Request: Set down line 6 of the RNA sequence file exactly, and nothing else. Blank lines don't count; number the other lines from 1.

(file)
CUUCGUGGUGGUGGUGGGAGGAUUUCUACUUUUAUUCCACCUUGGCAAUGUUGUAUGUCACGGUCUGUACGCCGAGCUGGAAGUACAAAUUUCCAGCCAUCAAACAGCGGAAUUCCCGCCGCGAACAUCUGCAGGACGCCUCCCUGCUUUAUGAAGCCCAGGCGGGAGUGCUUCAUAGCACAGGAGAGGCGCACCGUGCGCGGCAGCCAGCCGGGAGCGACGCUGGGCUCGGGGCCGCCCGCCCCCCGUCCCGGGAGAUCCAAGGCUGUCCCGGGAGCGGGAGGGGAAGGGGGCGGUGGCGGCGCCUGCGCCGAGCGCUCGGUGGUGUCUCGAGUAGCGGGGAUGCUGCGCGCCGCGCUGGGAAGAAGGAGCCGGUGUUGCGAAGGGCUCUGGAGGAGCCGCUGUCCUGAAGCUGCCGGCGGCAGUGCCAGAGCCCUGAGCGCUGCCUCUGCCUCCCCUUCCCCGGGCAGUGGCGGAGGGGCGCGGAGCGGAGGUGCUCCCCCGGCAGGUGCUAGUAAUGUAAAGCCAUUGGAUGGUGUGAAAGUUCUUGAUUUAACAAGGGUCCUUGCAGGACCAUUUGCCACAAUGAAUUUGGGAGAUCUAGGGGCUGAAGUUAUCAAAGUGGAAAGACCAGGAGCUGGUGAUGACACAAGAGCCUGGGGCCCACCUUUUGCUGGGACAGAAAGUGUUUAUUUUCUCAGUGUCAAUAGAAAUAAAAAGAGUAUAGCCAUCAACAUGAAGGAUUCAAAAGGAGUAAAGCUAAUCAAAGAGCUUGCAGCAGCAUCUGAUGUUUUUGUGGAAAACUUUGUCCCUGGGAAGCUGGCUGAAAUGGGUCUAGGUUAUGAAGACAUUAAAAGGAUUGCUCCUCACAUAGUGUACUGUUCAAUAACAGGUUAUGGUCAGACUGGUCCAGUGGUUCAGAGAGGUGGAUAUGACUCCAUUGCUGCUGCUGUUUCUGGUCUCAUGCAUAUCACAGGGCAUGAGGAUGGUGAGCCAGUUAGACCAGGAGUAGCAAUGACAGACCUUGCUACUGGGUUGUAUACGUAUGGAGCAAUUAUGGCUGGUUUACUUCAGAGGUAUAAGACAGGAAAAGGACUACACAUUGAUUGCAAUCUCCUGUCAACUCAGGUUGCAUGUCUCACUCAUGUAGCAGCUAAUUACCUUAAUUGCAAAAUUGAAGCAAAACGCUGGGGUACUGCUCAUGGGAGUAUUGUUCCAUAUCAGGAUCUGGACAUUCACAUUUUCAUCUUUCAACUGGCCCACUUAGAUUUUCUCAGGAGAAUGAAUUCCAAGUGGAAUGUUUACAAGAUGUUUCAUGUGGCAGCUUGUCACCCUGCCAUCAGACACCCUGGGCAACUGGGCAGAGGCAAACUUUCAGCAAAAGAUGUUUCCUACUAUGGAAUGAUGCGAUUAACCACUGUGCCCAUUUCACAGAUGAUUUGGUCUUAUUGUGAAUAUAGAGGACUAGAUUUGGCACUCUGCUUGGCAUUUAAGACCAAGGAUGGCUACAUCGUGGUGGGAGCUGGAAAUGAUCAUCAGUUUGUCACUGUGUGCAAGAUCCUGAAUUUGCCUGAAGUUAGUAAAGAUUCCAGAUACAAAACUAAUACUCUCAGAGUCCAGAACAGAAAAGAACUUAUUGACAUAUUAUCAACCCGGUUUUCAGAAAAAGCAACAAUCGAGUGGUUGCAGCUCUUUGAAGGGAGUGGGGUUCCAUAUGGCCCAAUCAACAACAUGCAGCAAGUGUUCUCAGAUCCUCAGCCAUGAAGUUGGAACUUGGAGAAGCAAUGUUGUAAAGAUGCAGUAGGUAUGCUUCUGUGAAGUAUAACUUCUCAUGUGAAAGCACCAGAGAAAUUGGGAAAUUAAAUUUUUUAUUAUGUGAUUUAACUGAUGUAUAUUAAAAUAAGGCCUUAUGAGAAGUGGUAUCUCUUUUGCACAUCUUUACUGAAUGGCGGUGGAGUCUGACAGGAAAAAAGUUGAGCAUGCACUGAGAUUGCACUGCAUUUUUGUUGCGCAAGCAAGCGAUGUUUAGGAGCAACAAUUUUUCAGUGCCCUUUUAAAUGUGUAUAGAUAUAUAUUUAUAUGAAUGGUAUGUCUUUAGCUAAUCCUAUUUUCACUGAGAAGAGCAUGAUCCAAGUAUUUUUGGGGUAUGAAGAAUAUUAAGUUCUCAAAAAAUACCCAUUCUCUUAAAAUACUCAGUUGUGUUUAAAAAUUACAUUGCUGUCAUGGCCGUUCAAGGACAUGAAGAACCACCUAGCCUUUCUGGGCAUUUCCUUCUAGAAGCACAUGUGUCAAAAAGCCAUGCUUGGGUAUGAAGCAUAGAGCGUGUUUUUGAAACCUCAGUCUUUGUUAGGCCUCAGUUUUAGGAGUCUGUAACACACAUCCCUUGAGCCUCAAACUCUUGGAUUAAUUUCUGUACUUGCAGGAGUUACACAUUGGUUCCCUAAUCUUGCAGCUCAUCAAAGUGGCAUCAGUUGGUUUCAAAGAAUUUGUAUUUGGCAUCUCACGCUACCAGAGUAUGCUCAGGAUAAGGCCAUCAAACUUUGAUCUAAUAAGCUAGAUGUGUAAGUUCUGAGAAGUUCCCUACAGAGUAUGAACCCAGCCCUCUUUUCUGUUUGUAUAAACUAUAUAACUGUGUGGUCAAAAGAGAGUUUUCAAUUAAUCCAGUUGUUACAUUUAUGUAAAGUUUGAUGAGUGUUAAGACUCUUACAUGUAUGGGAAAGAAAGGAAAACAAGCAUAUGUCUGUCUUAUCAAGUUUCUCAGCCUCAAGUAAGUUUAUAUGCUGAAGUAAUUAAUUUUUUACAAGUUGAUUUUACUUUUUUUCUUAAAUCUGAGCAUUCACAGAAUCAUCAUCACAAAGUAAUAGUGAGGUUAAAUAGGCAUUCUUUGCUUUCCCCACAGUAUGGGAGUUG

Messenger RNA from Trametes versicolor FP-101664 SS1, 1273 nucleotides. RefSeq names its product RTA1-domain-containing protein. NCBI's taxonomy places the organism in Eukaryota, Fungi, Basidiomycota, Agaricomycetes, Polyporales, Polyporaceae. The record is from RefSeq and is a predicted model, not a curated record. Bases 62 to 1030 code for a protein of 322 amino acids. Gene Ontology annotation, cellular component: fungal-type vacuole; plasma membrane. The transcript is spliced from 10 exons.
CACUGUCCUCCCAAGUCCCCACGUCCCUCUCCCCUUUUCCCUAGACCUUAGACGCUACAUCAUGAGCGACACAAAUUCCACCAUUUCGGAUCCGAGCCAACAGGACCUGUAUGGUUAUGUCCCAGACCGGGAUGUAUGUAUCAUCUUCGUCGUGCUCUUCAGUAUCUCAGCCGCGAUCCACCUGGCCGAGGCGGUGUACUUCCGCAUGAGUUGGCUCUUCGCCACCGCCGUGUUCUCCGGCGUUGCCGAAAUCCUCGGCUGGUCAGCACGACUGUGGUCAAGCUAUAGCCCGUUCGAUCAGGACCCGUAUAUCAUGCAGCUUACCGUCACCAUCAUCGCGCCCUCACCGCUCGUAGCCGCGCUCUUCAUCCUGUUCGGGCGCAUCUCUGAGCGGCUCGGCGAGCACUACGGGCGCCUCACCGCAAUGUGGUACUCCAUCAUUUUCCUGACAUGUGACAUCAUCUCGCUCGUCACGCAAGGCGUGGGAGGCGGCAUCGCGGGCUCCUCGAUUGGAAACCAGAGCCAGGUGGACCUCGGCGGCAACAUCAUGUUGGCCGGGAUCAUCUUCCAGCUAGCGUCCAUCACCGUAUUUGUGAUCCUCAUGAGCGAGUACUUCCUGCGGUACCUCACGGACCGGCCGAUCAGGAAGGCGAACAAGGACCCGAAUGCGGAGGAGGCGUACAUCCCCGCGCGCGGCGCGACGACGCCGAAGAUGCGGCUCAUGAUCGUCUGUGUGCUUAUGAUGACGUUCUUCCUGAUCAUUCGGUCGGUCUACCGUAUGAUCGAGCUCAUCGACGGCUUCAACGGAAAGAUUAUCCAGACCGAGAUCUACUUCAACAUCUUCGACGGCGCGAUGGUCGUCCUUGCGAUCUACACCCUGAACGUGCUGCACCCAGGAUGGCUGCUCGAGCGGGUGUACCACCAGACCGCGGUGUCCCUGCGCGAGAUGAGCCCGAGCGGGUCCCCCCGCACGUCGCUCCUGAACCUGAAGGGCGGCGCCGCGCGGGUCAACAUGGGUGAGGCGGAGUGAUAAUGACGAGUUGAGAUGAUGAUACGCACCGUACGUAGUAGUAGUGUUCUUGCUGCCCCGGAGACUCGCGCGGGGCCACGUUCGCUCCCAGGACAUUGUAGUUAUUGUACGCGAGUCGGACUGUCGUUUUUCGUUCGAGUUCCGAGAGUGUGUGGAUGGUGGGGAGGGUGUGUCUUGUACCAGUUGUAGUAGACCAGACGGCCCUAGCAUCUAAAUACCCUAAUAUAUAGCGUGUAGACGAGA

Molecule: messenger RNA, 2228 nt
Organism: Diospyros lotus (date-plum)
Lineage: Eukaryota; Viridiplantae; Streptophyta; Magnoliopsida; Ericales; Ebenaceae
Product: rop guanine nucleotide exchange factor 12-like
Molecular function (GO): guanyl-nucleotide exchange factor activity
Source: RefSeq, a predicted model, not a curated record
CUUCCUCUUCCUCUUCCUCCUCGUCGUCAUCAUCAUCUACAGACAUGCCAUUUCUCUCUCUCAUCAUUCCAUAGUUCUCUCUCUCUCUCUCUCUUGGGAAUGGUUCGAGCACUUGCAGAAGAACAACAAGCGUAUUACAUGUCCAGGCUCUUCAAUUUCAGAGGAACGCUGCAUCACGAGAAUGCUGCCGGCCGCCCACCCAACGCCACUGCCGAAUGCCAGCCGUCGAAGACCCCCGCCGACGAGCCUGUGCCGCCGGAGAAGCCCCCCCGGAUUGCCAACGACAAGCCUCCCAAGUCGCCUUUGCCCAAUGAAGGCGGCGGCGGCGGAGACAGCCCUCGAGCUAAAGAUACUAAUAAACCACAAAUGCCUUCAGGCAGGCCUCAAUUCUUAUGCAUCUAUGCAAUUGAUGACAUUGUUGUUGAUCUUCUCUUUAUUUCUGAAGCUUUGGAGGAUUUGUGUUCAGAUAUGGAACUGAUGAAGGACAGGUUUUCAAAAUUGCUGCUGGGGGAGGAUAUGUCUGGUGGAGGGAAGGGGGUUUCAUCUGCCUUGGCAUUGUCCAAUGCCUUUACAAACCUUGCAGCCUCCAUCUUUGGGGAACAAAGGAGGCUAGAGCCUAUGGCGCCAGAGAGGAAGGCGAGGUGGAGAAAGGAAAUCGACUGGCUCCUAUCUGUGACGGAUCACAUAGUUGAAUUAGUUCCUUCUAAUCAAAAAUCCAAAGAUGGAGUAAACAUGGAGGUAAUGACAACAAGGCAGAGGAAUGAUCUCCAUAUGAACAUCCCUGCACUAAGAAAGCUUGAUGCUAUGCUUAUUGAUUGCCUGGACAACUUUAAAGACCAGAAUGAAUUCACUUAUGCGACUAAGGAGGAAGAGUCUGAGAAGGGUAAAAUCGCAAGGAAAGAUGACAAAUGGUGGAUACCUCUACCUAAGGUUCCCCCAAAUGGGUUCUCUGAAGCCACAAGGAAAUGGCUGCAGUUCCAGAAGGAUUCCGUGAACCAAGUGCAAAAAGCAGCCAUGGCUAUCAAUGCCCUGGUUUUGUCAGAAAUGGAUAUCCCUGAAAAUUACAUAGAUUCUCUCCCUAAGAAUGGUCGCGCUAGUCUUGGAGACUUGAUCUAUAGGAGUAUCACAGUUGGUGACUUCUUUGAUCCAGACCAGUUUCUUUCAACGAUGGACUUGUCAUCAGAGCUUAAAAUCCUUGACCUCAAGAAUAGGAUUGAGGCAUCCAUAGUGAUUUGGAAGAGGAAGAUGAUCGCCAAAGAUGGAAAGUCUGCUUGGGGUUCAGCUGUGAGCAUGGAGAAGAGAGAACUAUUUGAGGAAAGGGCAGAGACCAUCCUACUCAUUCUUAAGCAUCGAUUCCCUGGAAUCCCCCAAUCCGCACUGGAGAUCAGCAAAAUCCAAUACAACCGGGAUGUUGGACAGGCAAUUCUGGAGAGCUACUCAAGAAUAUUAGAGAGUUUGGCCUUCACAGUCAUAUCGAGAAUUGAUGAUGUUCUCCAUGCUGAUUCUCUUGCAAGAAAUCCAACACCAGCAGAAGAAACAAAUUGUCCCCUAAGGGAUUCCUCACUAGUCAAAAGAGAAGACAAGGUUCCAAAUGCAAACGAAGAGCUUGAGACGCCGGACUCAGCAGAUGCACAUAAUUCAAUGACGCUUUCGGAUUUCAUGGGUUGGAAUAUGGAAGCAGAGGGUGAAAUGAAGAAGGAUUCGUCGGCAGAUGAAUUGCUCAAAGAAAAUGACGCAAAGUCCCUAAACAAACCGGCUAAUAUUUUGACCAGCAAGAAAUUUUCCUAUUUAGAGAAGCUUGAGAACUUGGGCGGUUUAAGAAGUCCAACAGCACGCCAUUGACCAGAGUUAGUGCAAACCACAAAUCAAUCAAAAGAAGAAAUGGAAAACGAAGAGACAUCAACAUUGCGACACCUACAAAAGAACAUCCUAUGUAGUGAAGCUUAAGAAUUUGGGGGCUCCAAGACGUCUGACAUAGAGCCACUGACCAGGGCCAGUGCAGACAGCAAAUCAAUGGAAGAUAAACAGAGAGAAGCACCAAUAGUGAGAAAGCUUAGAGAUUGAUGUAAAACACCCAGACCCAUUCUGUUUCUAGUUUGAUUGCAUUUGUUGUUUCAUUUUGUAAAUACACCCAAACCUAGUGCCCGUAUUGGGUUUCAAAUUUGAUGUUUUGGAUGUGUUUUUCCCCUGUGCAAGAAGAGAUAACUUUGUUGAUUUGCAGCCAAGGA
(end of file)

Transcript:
Lineage: Eukaryota; Viridiplantae; Streptophyta; Magnoliopsida; Ericales; Ebenaceae